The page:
The creative side
Larry’s been heavily involved with productions for the Evergreen Chorale and the Evergreen Children’s Chorale while his wife, Elaine, served as artistic director of the children’s group for 17 years. He started out with the Evergreen Players, performing in a melodrama in 1978, admitting he knew nothing about theatre but growing his enthusiasm and desire to support local theatre. He played a small part in that first show but soon got hooked and did more productions.
In 1988 he was asked to direct “Godspell,” attended by people with the Evergreen Chorale, which typically put on a couple of musicals each year. Soon after Marcia Phelps and Mike Weiker of the Chorale approached him about directing the next show – “Joseph and the Amazing Technicolor Dreamcoat.” And that started a long association – 30 productions over 33 years – with the Chorale, building sets, directing, acting as stage manager, or performing in a show. “I’ve always been in the chorus, never a lead role,” he pointed out.
After his 33 years as an art instructor and third grade teacher – most of the time at Marshdale Elementary – he needed to look beyond the classroom for something to fill his days and provide a challenge.
He took on the role of building manager at Center Stage for 11 years through a period when Center Stage made some major improvements – the addition of a green room, dressing rooms, a lobby and bathrooms. The Evergreen Chorale dedicated the Green Room in his honor when he retired.
In 2005 when Evergreen Lutheran Church tripled the size of its facility, he and Dave Rommelmann worked together on the building committee with Larry being the on-site observer during construction. "He was the right person with the right temperament," Dave commented. "He didn't get too excited when things went wrong. His artistic skills added to the beauty of the facility – we could do more for less because of his skills. We came in under budget."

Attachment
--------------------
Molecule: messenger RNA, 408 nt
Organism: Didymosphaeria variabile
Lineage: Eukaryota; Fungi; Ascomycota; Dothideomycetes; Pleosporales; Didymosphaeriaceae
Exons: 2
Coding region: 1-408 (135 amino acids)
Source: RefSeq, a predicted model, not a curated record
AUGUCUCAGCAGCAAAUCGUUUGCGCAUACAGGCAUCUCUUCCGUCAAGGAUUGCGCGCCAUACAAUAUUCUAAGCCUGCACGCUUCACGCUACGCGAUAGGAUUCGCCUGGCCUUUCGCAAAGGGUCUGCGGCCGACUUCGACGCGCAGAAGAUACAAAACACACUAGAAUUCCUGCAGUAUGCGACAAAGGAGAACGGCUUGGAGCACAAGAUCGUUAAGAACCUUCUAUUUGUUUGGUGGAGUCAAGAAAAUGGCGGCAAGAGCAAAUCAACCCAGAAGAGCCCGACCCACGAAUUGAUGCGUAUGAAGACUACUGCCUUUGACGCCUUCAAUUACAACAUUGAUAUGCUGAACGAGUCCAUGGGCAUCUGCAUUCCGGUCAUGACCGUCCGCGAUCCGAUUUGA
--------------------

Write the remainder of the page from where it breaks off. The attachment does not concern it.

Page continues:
It was Dave Rommelmann who recruited the brothers to paint the jungle background on the recessed concrete surface behind “The Sentry” at the Veterans’ Commemorative Walk and Memorial.
Creativity runs in Larry’s blood. He’s been telling original Halloween stories for 48 years to youngsters, now trading students for grandchildren as his wide-eyed audience. Whether at school, in the theatre, at home or wherever, “I’m always creating something out of nothing.”
“We’ve been up here 50+ years, and no one’s throwing rocks,” he says in recapping his years in Evergreen. It’s difficult to imagine he used to be a shy kid with his laughing eyes, quick wit and easy conversation. He can hardly go anywhere without running into someone he knows from some aspect of the community over the past half century. He especially enjoys running into former students and finding out what they’re doing as adults.
Plain and simple: he likes people. “It’s what keeps you young.”